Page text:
The best climbing cam is going to be your best friend out there on your rock climbing adventure. The strength, durability, and grip of these little climbing tools will be the difference between having a safe experience and a dangerous one.
Finding the best climbing cam is a process, but below are a few of the highest rated cams available. From these details, you can find the best equipment to fit your personal climbing needs and weigh the pros and cons of similar climbing cams.
In Depth Guide for the Top 5 Climbing Cams
Black Diamond Camalot C4 Cam
The double axle design and continuous cable loop of the Black Diamond Camalot is definitely one of the best climbing cams available.
As opposed to a single axle design, the double axle will give you a much larger expansion ability. Not only that, but both the trigger and cable loop are pretty easy to grab on to, and the durable sling can be handled easily even with gloves on.
Sometimes the stems on cams aren’t too flexible, making them harder to manipulate when placing them into between crevices in the rock face. But these cams are very flexible and easier than most to manipulate.
Can’t Handle Small Crevices
The only thing these cams don’t handle all that well are especially small cracks, and these don’t work as well as flaring cracks, so you may need to buy a pair of those in addition to these.
Resell value and longevity is high with these climbing cams. The resell Is high because of their durability, and they last longer because of how durable they are as well.
Then C4 is also a newer model. In this model the manufacturer has actually made several great changes.
- 10% lighter than the previous iteration.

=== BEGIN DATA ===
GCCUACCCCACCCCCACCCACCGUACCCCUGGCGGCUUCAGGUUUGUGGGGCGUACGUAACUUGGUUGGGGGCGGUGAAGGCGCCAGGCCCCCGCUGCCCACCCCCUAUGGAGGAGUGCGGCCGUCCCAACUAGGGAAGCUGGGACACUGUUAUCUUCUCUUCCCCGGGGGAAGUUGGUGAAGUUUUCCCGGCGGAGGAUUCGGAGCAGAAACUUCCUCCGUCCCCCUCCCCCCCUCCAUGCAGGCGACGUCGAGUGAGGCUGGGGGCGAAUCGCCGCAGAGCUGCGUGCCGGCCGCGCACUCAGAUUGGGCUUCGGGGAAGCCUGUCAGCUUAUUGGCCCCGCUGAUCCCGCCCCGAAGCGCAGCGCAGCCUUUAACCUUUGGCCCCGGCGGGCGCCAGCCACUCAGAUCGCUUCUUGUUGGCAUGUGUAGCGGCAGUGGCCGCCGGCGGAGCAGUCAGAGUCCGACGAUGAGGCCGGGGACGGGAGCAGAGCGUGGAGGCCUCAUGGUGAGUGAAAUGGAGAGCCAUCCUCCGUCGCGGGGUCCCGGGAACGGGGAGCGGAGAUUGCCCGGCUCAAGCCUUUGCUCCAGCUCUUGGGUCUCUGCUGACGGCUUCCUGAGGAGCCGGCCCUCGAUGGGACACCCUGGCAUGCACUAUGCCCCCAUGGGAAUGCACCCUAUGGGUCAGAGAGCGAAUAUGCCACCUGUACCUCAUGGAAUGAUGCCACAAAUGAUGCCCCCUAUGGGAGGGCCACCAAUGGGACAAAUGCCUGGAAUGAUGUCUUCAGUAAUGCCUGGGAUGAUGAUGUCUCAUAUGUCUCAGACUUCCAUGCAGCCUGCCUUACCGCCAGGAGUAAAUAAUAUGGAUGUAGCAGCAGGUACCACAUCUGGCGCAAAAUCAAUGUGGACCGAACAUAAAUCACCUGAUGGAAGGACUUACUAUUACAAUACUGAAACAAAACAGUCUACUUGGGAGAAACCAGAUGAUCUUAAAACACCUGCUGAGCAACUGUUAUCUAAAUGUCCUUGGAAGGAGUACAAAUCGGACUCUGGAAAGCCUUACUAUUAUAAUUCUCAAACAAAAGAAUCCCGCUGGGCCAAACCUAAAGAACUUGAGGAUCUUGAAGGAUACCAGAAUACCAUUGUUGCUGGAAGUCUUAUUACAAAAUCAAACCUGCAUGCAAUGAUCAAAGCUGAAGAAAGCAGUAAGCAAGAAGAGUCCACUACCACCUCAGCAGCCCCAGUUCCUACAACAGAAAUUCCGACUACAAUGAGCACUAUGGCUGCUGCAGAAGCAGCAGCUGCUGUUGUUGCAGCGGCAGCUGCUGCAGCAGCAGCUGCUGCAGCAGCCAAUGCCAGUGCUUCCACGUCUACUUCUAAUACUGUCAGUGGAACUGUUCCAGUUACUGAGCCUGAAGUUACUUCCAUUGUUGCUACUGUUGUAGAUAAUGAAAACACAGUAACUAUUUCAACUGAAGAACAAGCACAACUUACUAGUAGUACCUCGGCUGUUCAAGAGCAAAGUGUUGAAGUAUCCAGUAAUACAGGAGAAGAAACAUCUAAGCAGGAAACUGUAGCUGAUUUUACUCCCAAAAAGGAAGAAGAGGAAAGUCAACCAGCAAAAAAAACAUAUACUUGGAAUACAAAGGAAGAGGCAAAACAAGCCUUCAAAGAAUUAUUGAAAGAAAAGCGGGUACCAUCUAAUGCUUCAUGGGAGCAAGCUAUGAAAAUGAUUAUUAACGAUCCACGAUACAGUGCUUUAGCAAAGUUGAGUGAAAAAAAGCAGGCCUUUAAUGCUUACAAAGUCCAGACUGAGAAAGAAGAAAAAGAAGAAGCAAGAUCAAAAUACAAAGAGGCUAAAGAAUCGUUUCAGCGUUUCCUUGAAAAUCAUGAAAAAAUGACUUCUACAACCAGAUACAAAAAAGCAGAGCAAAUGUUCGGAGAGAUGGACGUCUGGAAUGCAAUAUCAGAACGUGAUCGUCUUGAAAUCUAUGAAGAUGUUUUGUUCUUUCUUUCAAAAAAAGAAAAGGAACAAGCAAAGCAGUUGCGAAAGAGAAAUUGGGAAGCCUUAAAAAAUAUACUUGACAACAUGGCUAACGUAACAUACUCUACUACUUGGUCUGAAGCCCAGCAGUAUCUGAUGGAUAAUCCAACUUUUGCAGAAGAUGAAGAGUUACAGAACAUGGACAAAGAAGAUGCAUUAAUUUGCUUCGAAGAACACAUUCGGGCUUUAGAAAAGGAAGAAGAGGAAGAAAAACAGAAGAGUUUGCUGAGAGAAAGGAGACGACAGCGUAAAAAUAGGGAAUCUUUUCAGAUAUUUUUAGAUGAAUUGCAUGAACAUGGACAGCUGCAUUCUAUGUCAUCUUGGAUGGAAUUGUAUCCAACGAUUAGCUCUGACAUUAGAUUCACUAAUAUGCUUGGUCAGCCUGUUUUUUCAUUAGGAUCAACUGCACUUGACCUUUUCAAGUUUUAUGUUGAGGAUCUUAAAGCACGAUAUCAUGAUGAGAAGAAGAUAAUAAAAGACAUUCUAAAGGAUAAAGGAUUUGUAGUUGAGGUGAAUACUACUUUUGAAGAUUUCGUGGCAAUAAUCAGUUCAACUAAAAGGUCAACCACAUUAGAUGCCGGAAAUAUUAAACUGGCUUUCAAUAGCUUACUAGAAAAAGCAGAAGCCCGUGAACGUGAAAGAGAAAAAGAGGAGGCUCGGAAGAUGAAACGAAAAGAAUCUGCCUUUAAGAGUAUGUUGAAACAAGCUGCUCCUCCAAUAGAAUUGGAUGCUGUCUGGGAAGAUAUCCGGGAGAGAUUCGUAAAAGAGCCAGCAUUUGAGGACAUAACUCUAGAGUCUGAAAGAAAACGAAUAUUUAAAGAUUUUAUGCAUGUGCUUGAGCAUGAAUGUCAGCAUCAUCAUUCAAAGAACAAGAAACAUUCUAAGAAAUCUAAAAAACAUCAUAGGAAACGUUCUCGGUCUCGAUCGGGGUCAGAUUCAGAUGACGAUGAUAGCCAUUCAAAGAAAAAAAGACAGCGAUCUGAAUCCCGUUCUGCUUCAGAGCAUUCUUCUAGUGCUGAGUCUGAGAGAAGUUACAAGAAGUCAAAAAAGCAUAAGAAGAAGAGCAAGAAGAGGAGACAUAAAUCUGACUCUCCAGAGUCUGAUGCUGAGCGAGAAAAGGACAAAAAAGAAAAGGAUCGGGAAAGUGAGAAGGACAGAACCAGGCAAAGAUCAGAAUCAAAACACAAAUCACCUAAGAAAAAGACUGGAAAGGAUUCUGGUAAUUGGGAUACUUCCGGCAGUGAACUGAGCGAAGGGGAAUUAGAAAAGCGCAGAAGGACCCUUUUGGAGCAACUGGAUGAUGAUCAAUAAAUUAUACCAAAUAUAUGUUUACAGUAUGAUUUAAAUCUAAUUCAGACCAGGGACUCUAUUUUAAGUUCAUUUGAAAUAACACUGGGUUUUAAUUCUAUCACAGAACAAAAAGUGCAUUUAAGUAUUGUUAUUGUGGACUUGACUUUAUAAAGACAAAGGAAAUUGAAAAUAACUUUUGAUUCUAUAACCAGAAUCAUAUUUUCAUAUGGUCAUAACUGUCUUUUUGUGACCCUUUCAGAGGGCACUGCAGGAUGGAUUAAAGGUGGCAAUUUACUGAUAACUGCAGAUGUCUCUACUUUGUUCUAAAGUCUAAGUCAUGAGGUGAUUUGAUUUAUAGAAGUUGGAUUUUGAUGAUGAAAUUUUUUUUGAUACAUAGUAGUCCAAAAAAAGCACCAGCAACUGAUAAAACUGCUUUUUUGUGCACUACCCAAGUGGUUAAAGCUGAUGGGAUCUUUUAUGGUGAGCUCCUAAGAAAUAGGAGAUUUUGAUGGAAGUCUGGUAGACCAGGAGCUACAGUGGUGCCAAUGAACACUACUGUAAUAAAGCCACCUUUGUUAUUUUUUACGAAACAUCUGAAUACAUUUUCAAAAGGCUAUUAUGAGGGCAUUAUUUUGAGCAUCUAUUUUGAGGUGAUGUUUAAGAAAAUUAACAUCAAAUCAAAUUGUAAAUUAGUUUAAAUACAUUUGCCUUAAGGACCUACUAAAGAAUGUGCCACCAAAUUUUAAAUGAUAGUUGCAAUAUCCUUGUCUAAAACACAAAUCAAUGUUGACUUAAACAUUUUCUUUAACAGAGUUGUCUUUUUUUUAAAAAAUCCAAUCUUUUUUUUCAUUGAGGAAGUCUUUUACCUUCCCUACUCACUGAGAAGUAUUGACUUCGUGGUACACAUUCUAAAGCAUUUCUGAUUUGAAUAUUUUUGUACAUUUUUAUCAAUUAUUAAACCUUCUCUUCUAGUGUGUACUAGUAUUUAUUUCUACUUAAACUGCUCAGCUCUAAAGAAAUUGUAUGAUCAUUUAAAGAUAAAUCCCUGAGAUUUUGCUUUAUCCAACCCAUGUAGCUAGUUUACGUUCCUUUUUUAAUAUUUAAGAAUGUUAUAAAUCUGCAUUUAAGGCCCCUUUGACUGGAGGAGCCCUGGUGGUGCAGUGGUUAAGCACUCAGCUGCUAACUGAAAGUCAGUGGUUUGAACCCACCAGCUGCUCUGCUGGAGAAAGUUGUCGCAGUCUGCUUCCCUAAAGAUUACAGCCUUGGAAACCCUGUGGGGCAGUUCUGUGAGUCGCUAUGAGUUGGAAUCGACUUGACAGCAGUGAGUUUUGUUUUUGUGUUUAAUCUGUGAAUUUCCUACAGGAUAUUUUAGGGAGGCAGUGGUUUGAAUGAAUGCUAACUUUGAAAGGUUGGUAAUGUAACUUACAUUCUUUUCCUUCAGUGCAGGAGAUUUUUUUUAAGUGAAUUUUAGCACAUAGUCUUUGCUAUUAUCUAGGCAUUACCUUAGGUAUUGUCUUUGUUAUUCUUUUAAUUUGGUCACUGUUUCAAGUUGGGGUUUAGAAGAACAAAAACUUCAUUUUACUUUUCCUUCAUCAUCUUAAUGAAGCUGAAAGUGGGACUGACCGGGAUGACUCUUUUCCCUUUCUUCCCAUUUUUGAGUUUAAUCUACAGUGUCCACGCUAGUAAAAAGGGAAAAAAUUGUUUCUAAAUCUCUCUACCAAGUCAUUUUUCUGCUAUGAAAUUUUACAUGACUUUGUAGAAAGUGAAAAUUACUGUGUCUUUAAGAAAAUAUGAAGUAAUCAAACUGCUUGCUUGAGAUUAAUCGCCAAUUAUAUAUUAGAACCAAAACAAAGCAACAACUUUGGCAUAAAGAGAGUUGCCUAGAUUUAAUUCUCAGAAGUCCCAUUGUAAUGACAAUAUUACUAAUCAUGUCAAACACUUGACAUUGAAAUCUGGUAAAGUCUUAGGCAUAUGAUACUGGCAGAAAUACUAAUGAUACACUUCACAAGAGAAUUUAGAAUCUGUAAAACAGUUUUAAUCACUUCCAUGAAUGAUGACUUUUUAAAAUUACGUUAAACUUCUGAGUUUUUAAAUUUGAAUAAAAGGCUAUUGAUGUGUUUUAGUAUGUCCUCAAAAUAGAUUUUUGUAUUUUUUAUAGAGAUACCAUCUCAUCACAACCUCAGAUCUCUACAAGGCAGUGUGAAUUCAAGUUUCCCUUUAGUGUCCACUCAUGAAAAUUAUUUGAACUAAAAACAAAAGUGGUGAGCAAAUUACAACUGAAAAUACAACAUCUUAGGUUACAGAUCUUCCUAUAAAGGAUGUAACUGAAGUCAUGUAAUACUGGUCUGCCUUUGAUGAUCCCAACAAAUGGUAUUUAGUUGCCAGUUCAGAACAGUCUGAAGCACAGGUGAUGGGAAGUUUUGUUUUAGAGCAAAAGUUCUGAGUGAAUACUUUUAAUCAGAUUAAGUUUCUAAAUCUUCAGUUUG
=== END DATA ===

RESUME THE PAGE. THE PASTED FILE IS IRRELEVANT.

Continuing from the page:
- Easier to carry
- Better size differentiation at a glance
- Holds its retracted state
The retraction is one of the best features because while not in use, the cam actually stays in its retracted state for easier, quicker deployment. You won’t have to retract it yourself before placing it into the rock crevice.
- Retracted mode is default
- Doesn’t handle flare cracks
Metolius Ultalight Master Cam
Metolius Ultralights are 20% lighter than their previous model and every size has specific color coded size. The cam lobe angle is optimized which will increase the power of your hold.
They have also put a rangefinder on each cam to tell you its exact size so you will know which cam to use for a specific rock crevice quickly. This is very helpful and will add efficiency to your climb.
No Thumb Loop
A disadvantage to these particular cams is that there is no thumb loop to add extra stability. Not all climbing cams have them, but the thumb loop just gives you a little more stability than otherwise might have had.
The ultralight’s are single axle climbing cams, so they don’t have as large of expansion of double axle cams.
When using the smaller sized cams, you may want to be careful when wedging them into place. With all cams, the small crevices are the toughest to get them into, but with these it may be a little tougher to wiggle them out without breaking them.
Lopsided Larger Sizes
Also, the larger sizes, particularly seven and eight, are a little lopsided in their construction and may not fit in place as well as the smaller sizes. Use your best judgement when placing the larger sizes and you may need to carry extra pairs of different brands to accommodate for this.
A good note about the slings attached to these climbing cams. The slings are actually threaded into its unit, as opposed to it being just attached below where the thumb would go on a different brand of climbing cam. Since it is threaded into the unit, this cam will not take up as much space as other cams.